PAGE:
In September, a brain-dead woman received a kidney transplant from a genetically altered pig in a procedure that surgeons at a New York City hospital described as “successful.” However, this practice, which many in the scientific and medical community describe as “innovative,” raises serious ethical concerns.  

According to Reuters, the modified pigs lack the gene that produces a sugar that triggers an immediate attack by the human immune system, which is why, according to the doctors involved in the experiment, the transplanted woman did not reject the organ. 

The surgeons connected the modified pig kidney to the woman’s blood vessels and kept it outside the body for three days to monitor it.

“She had absolutely normal function,” said Dr. Robert Montgomery, who led the surgical team at NYU Langone Health in New York City. “She didn’t have this immediate rejection that we’re concerned about.”

As the agency also reported, the genetically altered pigs, called GalSafe, were developed by United Therapeutics’ Revivicor subsidiary but are only approved by the U.S. Food and Drug Administration in 2020 for food for people with meat allergies.

But medical products developed from pigs still require specific FDA approval before being used in humans, Reuters said.

Until now, pigs have been the most common organ source under study because they have several advantages for xenotransplantation, including similar size between pig and human organs; and the ease with which they can be cloned and genetically modified.

Thus, gene-editing technologies and the use of human stem cells have allowed scientists to develop human organs in an animal. 

According to an analysis article, entitled “The Potential and Challenges of Using Human-Pig Chimeras to Create Organs for Transplantation,” published on July 10, 2018, on the National Center for Biotechnology Information website, it points out, to avoid tissue rejection, the transplanted organ must contain at least 90% human cells, which makes it necessary to generate a human organ with a human vascular system.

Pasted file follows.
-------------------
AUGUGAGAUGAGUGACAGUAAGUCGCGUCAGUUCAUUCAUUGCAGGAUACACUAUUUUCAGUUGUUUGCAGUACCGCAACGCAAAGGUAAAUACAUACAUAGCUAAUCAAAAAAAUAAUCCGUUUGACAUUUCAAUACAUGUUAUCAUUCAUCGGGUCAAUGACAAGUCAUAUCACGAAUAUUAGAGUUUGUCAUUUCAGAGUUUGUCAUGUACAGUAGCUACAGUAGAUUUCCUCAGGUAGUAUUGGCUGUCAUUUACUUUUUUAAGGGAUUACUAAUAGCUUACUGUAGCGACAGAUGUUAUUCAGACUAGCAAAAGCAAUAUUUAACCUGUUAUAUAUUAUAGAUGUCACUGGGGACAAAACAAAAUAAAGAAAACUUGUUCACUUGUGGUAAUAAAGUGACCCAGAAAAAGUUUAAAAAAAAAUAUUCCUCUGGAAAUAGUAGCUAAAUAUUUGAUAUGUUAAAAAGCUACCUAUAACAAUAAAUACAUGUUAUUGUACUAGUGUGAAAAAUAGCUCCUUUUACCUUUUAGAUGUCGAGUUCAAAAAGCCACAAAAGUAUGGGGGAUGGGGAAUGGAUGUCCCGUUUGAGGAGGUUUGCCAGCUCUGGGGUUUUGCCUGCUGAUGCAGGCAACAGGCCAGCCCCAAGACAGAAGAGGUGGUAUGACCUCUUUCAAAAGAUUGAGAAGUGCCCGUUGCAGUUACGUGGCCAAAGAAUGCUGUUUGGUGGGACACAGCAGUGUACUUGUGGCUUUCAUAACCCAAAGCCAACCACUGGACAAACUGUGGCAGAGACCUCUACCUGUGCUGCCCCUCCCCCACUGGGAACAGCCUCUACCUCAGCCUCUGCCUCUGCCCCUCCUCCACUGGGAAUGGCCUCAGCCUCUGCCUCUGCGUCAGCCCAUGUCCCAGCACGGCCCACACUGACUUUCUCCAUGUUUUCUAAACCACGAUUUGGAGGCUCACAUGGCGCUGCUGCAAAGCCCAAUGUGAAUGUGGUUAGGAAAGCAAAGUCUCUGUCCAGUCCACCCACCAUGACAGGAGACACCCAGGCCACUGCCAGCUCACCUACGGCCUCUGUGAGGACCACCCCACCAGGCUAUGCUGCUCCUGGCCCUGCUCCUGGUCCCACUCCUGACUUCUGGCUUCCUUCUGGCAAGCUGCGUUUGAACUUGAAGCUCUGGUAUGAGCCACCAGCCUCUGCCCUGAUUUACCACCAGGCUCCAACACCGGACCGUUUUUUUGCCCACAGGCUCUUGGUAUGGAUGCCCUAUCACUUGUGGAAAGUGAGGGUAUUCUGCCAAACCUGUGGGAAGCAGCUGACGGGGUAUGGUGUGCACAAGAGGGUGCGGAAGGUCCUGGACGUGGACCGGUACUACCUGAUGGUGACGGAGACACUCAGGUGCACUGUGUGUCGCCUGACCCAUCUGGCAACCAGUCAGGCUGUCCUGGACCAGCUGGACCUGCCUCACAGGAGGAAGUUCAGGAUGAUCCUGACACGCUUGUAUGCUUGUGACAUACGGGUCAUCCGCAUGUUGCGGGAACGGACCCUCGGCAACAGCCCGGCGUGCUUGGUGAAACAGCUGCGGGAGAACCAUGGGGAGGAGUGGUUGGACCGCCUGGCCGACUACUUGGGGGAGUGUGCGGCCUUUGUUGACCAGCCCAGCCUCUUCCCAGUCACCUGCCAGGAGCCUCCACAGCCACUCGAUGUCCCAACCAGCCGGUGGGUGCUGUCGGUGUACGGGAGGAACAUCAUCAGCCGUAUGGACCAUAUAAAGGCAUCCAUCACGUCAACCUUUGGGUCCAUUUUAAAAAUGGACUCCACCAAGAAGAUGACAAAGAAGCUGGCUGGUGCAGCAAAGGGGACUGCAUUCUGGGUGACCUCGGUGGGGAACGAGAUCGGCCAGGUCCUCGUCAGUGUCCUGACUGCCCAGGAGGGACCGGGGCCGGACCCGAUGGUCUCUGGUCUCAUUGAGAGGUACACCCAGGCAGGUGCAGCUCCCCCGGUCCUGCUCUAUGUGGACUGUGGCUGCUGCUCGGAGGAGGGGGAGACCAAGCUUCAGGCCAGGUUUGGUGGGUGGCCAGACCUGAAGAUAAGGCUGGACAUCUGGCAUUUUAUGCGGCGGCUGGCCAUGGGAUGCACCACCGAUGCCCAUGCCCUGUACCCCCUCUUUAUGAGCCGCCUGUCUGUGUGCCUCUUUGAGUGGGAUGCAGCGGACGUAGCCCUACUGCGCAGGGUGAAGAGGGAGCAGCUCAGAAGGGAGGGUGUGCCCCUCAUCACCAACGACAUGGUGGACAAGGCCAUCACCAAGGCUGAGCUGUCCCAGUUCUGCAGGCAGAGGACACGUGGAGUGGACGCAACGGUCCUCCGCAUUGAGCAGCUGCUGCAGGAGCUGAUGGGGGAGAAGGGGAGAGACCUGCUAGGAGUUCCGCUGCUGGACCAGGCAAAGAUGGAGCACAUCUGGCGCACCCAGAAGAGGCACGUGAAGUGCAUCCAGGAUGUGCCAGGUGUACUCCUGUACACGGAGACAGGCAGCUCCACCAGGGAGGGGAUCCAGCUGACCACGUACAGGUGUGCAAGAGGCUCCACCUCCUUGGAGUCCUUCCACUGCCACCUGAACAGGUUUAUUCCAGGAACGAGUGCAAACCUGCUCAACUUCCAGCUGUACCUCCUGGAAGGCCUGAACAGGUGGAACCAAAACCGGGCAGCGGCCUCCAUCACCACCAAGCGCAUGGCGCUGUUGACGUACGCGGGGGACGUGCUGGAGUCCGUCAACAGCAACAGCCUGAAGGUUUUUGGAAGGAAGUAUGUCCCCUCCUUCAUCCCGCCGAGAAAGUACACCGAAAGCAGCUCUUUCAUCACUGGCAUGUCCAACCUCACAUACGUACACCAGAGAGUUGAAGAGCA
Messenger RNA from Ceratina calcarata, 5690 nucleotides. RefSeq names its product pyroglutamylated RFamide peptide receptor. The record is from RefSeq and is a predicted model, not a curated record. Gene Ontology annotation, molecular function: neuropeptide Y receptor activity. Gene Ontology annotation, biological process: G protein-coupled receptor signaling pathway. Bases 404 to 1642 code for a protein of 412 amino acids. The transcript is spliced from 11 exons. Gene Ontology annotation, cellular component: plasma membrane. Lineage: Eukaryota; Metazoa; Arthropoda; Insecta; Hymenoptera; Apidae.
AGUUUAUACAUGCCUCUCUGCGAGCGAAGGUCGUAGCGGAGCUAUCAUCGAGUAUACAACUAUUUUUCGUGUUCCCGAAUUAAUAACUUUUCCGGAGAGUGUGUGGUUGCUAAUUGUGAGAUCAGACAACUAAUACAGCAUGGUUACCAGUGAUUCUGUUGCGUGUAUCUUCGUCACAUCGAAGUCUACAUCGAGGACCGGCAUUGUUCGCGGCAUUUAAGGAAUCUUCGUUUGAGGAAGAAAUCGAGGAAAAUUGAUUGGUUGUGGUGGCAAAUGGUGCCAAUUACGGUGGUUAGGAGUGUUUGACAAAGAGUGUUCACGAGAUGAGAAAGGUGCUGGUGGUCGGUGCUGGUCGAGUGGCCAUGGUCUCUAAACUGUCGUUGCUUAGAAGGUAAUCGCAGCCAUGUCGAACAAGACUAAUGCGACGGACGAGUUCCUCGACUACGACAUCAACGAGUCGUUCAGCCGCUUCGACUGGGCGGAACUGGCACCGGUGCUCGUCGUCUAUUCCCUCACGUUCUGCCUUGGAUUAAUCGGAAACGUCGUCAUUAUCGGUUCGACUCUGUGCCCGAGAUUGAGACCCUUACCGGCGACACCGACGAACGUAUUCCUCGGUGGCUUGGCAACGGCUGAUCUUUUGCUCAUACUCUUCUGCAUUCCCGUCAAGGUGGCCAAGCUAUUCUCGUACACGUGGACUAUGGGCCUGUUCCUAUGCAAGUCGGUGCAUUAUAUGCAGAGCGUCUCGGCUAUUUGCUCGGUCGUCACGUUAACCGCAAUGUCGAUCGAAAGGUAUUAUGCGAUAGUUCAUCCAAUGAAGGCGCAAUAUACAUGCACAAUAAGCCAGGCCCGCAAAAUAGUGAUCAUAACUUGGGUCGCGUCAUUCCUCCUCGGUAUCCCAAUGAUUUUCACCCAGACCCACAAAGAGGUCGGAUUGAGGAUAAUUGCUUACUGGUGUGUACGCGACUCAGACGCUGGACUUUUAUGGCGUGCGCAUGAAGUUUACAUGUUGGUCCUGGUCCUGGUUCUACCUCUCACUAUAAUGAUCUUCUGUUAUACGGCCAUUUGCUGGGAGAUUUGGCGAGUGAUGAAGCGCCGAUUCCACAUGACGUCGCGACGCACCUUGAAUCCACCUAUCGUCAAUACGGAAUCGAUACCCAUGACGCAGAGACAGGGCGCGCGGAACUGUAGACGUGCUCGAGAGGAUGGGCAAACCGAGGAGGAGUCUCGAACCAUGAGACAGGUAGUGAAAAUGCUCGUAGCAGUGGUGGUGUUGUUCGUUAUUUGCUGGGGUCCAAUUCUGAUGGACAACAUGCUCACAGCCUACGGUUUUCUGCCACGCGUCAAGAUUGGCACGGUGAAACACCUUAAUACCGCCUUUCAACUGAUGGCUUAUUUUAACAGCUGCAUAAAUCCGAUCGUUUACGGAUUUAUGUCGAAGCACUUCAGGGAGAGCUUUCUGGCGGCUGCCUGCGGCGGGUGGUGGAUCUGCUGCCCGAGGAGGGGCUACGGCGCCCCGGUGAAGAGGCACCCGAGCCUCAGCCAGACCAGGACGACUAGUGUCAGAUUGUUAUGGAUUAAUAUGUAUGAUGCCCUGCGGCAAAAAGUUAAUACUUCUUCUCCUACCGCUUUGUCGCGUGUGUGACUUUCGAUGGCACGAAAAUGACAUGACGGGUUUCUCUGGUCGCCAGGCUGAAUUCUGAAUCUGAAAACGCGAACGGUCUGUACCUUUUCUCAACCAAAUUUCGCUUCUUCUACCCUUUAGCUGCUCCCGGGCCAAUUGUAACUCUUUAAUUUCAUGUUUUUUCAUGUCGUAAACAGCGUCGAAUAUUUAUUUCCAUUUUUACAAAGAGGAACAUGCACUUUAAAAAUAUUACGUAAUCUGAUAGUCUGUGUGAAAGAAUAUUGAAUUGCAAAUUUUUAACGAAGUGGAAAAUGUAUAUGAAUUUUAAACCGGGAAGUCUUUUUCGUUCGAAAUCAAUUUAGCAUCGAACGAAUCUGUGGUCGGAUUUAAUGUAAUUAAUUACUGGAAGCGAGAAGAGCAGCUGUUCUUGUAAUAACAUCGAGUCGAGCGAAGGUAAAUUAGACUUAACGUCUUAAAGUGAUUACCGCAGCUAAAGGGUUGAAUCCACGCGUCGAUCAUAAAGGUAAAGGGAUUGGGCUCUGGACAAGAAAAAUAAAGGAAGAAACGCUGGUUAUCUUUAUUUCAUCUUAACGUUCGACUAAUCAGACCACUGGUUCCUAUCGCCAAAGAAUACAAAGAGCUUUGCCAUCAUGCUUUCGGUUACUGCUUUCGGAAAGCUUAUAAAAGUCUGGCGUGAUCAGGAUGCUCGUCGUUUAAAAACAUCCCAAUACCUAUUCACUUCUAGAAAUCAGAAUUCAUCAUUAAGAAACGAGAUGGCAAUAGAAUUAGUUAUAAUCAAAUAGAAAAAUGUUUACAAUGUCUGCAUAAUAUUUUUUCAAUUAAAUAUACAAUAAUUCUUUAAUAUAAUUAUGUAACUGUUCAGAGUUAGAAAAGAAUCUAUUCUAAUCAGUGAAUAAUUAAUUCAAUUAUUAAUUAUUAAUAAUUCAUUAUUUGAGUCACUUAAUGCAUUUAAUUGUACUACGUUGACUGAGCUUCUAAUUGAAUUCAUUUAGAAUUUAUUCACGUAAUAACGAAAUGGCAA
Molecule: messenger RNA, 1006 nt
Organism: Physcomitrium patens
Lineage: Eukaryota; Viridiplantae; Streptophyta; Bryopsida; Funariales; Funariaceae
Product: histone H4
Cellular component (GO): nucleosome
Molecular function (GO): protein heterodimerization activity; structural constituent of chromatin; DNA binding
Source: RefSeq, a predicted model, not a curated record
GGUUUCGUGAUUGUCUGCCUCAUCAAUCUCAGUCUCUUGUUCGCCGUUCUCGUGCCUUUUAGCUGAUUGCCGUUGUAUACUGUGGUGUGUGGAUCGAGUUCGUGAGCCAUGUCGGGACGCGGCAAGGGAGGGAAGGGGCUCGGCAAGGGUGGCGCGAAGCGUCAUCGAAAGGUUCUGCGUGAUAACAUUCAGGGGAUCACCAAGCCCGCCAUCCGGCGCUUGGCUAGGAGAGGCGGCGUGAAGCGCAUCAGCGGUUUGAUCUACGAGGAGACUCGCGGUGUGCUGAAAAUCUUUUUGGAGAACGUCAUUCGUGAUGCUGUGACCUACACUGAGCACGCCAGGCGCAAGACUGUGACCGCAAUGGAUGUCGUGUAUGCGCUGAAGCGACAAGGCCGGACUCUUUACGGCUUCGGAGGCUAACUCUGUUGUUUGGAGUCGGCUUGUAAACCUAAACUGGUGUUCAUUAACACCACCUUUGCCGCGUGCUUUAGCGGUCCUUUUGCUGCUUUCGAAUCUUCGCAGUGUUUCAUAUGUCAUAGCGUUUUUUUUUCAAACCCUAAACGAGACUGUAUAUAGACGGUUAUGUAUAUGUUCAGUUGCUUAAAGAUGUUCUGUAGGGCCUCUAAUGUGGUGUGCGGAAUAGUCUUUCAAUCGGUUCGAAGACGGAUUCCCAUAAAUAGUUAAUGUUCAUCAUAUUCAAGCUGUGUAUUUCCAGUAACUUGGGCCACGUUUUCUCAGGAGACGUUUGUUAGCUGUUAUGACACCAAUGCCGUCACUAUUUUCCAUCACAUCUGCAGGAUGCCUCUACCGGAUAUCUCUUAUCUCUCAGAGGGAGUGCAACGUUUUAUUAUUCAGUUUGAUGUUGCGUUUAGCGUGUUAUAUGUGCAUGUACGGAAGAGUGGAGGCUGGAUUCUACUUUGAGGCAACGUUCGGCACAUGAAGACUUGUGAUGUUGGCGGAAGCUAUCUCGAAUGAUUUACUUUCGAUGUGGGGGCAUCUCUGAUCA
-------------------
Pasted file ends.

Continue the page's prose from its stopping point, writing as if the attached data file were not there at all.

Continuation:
This raises a growing debate about the scientific ethics of research. And on the other hand, the article says there is no certainty as to how many pig chimeras are needed to ensure that a patient-specific organ suitable for transplantation is obtained.

The attempt to use animal organs for human transplantation is not new. It dates back to the 17th century when animal blood transfusions were tried, all of which failed.

In the 20th-century, scientists attempted organ transplants from baboons to humans, in which a dying baby lived 21 days with a baboon heart.

Then they moved from primates to pigs; in 1838, the first pig-to-human cornea transplant was performed.

And to this day, controversial experiments have advanced to unknown levels and against all criticism because of the serious ethical implications.

In mid-April, a group of scientists at the Salk Institute in California injected 25 pluripotent stem cells into macaque monkey embryos in a chimeric experiment that created human-monkey embryos.

Regarding this issue, in June 2020, the U.S. Senate held an intense debate in which the controversial bill called the “Endless Frontier Act” was finally passed. The bill authorized the increase of the budget to continue with the creation of human-animal hybrids.

At the time, Senator James Lankford, R-Oklahoma, who opposed the bill’s passage, referred to the obvious ethical incompatibility and the need for clear definitions.

“We shouldn’t need to clarify in law that creating animal-human hybrids or ‘chimeras’ is ethically unthinkable, but sadly the need for that very clear distinction has arrived,” said Lankford, who, along with Senators Mike Braun and Steve Daines, sought to criminalize these practices.

While Senator Braun said, “Human life is distinct and sacred, and research that creates an animal-human hybrid or transfers a human embryo into an animal womb or vice versa should be completely prohibited, and engaging in such unethical experiments should be a crime.”

How far will human science be able to go? Surely, society’s responsibility is to maintain its moral compass in addressing the ethical concerns that loom over these scientific experiments that degrade human nature.

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